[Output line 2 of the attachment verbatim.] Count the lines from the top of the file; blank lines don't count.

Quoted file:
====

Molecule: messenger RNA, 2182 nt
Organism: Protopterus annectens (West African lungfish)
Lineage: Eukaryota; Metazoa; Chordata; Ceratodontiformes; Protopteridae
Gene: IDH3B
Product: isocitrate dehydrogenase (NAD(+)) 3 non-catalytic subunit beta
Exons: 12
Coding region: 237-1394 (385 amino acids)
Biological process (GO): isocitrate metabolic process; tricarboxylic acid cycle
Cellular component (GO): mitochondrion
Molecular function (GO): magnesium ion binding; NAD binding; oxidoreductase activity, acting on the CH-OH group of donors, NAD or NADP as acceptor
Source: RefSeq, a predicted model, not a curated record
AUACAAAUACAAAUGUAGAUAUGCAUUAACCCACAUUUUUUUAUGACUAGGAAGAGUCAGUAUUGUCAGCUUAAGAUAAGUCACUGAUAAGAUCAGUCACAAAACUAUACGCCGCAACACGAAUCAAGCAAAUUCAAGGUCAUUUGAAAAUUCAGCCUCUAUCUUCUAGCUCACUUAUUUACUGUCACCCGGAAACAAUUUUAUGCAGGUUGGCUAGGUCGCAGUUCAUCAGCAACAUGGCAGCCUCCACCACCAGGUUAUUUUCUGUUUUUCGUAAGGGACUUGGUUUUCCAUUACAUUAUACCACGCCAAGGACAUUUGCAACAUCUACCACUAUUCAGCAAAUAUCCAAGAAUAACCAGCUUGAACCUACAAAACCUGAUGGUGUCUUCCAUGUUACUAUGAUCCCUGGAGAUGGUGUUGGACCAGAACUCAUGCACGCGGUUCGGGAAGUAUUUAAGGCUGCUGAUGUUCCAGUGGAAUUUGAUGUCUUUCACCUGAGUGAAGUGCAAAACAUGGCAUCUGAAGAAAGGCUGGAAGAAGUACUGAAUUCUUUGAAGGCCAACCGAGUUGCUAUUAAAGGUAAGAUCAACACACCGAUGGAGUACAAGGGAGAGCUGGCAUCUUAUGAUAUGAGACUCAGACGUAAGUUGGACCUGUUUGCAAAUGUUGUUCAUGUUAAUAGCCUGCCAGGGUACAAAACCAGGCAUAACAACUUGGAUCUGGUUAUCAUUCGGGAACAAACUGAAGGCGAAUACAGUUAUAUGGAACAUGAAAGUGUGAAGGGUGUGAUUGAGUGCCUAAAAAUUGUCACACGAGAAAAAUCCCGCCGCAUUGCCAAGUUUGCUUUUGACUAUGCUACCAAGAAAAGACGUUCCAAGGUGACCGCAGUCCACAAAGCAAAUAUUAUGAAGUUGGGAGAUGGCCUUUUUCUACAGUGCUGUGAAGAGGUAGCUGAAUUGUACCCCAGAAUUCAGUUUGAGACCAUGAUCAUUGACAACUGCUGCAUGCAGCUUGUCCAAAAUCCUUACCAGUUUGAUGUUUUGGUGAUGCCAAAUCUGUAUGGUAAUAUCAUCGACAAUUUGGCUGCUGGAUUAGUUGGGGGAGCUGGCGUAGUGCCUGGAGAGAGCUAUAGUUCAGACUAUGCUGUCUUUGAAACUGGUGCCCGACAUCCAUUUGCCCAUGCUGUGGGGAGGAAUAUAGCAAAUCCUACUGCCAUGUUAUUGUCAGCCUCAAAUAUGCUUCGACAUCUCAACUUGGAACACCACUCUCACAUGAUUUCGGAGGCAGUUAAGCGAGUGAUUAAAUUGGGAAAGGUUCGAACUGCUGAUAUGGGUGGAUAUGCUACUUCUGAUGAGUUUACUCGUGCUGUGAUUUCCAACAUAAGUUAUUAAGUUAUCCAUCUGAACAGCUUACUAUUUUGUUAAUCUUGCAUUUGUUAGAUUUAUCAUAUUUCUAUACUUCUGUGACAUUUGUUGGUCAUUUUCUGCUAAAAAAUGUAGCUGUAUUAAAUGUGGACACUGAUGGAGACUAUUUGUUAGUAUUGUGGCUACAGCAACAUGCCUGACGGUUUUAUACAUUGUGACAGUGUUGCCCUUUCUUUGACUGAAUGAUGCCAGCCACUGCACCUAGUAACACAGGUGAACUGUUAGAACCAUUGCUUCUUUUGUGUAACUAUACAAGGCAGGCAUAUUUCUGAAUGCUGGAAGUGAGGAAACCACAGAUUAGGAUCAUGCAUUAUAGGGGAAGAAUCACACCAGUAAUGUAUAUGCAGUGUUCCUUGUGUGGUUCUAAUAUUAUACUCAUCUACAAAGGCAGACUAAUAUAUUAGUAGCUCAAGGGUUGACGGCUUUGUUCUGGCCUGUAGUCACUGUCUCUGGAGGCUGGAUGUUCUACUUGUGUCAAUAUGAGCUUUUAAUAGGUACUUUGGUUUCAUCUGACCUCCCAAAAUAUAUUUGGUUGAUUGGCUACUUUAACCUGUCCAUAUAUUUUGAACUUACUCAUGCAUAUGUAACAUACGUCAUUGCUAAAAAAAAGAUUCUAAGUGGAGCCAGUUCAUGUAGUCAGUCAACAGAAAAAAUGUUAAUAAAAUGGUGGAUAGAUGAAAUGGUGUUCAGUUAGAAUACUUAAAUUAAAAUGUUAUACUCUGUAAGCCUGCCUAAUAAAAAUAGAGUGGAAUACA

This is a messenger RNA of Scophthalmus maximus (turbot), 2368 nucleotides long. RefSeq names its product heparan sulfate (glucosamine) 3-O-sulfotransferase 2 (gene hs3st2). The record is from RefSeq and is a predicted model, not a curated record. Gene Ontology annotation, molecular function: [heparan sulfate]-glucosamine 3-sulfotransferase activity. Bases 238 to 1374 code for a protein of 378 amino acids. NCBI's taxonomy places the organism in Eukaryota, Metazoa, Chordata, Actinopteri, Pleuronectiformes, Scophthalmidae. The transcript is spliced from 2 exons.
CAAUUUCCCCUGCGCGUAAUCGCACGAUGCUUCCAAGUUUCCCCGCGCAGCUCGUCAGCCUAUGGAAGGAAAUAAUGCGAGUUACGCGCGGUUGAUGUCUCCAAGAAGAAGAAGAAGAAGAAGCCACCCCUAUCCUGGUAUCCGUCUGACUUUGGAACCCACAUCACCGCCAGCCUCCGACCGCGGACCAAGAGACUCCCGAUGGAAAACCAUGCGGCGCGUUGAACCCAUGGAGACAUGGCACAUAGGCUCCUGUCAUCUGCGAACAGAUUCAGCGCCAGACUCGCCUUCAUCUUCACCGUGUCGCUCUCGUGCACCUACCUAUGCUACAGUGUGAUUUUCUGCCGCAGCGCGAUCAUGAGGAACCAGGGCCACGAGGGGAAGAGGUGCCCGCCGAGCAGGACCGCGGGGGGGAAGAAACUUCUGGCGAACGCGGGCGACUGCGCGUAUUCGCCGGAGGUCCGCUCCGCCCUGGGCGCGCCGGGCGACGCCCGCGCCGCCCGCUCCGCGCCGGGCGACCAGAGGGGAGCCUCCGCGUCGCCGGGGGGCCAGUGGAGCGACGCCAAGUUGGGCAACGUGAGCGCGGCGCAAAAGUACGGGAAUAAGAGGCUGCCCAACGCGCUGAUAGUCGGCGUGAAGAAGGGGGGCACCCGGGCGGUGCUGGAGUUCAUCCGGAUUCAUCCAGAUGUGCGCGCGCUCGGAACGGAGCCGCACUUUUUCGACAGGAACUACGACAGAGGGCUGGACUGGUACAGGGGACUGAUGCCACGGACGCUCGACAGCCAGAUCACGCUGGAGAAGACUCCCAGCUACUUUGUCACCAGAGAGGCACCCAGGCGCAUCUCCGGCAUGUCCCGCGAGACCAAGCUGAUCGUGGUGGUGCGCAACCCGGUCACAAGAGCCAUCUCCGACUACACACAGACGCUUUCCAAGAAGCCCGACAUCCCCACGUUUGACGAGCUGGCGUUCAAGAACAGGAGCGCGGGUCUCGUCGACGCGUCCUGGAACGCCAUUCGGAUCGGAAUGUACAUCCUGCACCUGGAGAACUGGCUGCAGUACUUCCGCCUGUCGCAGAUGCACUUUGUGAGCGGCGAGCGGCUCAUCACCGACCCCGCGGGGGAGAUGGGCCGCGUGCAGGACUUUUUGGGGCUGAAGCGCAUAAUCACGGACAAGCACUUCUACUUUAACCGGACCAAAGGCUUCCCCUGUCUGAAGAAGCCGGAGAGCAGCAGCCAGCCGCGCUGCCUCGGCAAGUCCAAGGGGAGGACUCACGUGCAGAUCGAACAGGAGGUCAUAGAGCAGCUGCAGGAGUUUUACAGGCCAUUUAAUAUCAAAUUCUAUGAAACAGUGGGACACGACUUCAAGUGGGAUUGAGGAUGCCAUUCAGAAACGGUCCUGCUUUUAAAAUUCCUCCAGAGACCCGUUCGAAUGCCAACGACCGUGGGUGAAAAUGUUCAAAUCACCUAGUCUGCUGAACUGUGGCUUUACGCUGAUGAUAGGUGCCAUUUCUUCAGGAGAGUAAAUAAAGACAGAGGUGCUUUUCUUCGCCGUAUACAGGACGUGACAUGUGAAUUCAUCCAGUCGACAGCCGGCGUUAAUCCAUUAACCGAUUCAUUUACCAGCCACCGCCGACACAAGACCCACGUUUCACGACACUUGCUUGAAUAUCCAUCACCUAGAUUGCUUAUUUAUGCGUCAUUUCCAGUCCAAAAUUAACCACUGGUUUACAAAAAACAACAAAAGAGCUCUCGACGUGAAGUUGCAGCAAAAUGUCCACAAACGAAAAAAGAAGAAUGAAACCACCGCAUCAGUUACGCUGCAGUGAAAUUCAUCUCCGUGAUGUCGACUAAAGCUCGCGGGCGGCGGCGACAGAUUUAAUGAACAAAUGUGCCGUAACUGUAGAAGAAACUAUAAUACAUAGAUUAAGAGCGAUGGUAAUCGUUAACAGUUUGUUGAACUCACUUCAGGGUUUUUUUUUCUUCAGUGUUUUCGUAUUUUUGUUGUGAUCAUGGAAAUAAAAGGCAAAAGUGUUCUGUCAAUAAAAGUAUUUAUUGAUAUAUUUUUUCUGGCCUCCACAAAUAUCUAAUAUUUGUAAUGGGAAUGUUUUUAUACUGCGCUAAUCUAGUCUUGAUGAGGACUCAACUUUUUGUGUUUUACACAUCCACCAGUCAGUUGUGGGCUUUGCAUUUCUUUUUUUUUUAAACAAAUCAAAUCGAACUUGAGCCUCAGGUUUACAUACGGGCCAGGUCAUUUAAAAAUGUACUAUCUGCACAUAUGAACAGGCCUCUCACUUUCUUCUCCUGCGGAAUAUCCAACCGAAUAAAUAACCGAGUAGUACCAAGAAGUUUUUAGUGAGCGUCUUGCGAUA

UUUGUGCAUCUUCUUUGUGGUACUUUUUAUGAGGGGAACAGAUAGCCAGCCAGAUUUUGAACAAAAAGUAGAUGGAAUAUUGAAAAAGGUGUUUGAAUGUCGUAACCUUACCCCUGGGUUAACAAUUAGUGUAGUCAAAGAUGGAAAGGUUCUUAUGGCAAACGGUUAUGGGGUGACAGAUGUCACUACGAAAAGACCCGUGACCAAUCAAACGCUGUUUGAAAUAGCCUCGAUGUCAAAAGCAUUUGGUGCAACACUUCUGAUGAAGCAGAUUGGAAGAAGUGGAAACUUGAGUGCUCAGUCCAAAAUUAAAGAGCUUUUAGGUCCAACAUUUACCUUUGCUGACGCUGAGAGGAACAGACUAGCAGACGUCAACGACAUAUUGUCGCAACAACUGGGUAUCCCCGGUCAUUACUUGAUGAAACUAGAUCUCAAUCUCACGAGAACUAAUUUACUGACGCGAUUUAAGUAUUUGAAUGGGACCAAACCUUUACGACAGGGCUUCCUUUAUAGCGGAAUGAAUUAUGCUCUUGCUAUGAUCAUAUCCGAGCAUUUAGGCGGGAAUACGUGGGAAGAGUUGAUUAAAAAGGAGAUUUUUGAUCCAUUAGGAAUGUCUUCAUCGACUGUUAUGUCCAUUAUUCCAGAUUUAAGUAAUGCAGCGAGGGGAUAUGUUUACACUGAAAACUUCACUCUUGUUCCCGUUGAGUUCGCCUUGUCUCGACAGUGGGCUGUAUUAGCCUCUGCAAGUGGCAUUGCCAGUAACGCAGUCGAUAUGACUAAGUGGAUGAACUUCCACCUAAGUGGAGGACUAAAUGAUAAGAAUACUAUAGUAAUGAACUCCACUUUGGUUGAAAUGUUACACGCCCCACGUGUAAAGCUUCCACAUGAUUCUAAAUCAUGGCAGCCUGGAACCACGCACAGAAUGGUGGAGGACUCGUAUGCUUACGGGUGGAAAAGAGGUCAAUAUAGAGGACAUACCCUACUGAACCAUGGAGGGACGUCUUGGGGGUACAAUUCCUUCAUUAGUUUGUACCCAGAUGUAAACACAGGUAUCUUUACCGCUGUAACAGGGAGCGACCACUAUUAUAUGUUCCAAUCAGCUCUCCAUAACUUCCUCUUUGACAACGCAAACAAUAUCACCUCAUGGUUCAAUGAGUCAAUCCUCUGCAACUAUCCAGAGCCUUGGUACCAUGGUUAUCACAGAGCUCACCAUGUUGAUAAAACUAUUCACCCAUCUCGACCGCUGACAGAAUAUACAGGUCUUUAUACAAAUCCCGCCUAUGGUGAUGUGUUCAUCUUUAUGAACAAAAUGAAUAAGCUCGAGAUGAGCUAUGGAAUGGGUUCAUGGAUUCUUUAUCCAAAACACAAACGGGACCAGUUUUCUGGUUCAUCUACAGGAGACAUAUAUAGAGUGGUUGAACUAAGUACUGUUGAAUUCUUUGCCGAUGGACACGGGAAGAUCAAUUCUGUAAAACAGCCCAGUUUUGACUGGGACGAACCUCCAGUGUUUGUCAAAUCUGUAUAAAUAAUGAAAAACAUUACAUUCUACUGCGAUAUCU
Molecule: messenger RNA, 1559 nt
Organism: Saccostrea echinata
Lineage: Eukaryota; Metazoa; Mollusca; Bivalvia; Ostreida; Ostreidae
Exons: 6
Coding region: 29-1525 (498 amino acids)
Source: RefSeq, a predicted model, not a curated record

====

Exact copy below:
Organism: Protopterus annectens (West African lungfish)